Ramen Noodles : Sardines : Dried Anchovies : Sriracha : Quail Yolk

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Sometimes, you just throw whatever you find in the fridge in a pot and magical s%@# happens. THAT… happened to me last night. I didn’t bother checking seasoning or temperatures, pretty careless about the whole thing actually. I was just not in the OCD mood and literally threw this meal together last second almost angrily, well kinda, actually not angrily at all, I was in a pretty good mood.  But usually proceeding this way ends up in disaster. I got lucky this time I guess. Pinch of this and that,  boiled some water, 15 minutes later I was done.

L I B E R A T I N G.

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I guess that feeling went away right around the time I had to place that egg yolk on top of that noodle mound, whatever, it was fun too. Anyways, for this post I tried a few new things photography-wise. I just got a gopro camera and a Knog LED light bank for it. Gopros are these tiny basic looking cameras. They’re super powerful tho, serious high tech stuff. They’re literally a cubic inch in size. They can do a lot of things. Time lapse photography is one of them. Wish they could do dishes too. I posted one video here, compressing about one hour into 50 seconds 🙂 Also, I used that Knog LED light bank instead of my speedlite flashgun for the main photography. It was super fun and I hope you enjoy the pics and vid. Ah right, the food… here is the recipe!

 

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Ingredients (serves 2):

500g Dry or fresh ramen noodles, or any pasta you like.

Sauce:
1 can of sardines in tomato sauce and olive oil.
2 Tbsp of dried anchovies (Japanese ones rule)
2 Tbsp minced garlic (yep, that’s a lot of garlic, bring it on)
A bunch of marinated soybean sprouts.

Garnishes:

2 Quail egg yolks. Or chicken egg yolks, let’s not discriminate.
Sriracha sauce to taste.
1 Tbsp finely chopped chives or green onions.
4 water crackers, crumbled.

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Noodles. Cook these at the end. Get the water boiling at the beginning tho. By the time that water boils, the sauce (instructions below) should be pretty much done. Add some salt to the water. About a Tbsp per quart. When the water boils. Add the noodles and cook until ready. Some noodles will come with instructions, follow them… or… throw those away, the instructions I mean. Cook them until they are done and al dente. After 3-4 mins, start checking. Ramen noodles have the best al dente bite, love them. It’s probably better to rely on your own senses than on those instructions anyways.

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Sauce. Like I said. Throw those other ingredients together in a pot except for the garnishes. Add a couple of Tbsp of water in the pot over medium heat. Boil off that water. That water will just cook the garlic and blend all the flavours together. Remove from the heat, and make sure the sauce is saucy, add some water if too dry. Keep reducing if it is not. Add the rinsed noodles to the pot and mix well. Keep the pot on the stove for a couple more minutes to boil off any extra water added by the noodles if that’s the case. Remove from the heat, keep mixing. Plate the noodles. Add the garnishes. Done. Easy. Hope the weekend is going great. I’m about to eat the leftovers from this post right about now.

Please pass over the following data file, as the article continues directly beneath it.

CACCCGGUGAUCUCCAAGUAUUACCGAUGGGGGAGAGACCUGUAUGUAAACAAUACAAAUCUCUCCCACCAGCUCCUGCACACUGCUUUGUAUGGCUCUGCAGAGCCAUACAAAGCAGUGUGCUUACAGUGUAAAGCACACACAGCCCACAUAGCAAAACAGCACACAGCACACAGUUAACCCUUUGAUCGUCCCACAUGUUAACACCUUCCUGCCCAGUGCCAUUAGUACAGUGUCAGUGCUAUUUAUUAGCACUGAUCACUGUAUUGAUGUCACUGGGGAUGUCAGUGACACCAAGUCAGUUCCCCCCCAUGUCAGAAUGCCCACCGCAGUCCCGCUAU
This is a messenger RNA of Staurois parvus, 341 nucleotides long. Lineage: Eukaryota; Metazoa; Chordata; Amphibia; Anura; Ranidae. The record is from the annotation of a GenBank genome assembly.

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16 comments

  1. Nice dish, Paul. It’s always nice to note how good you can do something just by ‘instinct’. Love the video, which I would rather describe as ‘photography madness’ 😉 It shows on your blog how much effort you put into photography, but actually seeing you at work makes it a whole different experience. I rarely take more than a minute for the plated shot — remember I have a hungry husband egging me on even during that one minute.

    1. hahah thanks Stefan! and you’re right, I think I’ll change the title of the video 🙂 I just really enjoy the photography aspect of the process but I get you, it’s hard to do when people are hungry and waiting. I usually do it when I’m cooking for myself. When cooking for my girlfriend or my friends, I either don’t do it or serve food for everybody and leave myself last, and shoot while people eat…and I eat while I shoot as well hahah lots of eye-rolling in the room as you can image 🙂

        1. nah, it doesn’t take that long. The composed dish it’s just about 10 mins at the longest. But I hear you 🙂 sometimes I just plate what I know it’s gonna be leftovers and eat my food on the side hahah I dont like cold food either!

          1. Well I come home from work around 7:30PM, so by the time the food is ready to photograph/eat it is usually 8 or 8:30, with lunch having been at noon. And then 10 minutes is a looooong time… 😉

        2. I think I took longer this time because I was testing new gear, but the running time of the photography session of the plated dish on the compressed video is about 12 seconds long and that includes me eating haha, the rest is prep or clean up 🙂

  2. I love Stefan’s comment! I’ve learned the hard way not to need to photograph a dish for my husband or worse, for company. But then, that’s how I end up with extra food that I feel obliged to eat!!! I agree, your photographs are stunning. What a great meal!

    1. Thanks Mimi! I’m so glad you enjoyed this post. I gotta say, I don’t photograph every meal I cook. I’d have to quit my day job hahah, but when I come up with something that I’m proud of or that takes a great deal of effort to make, I like to document it and spend more time with the plating and the lighting. I love photography as much I love cooking 🙂 but I above all, I love eating haha

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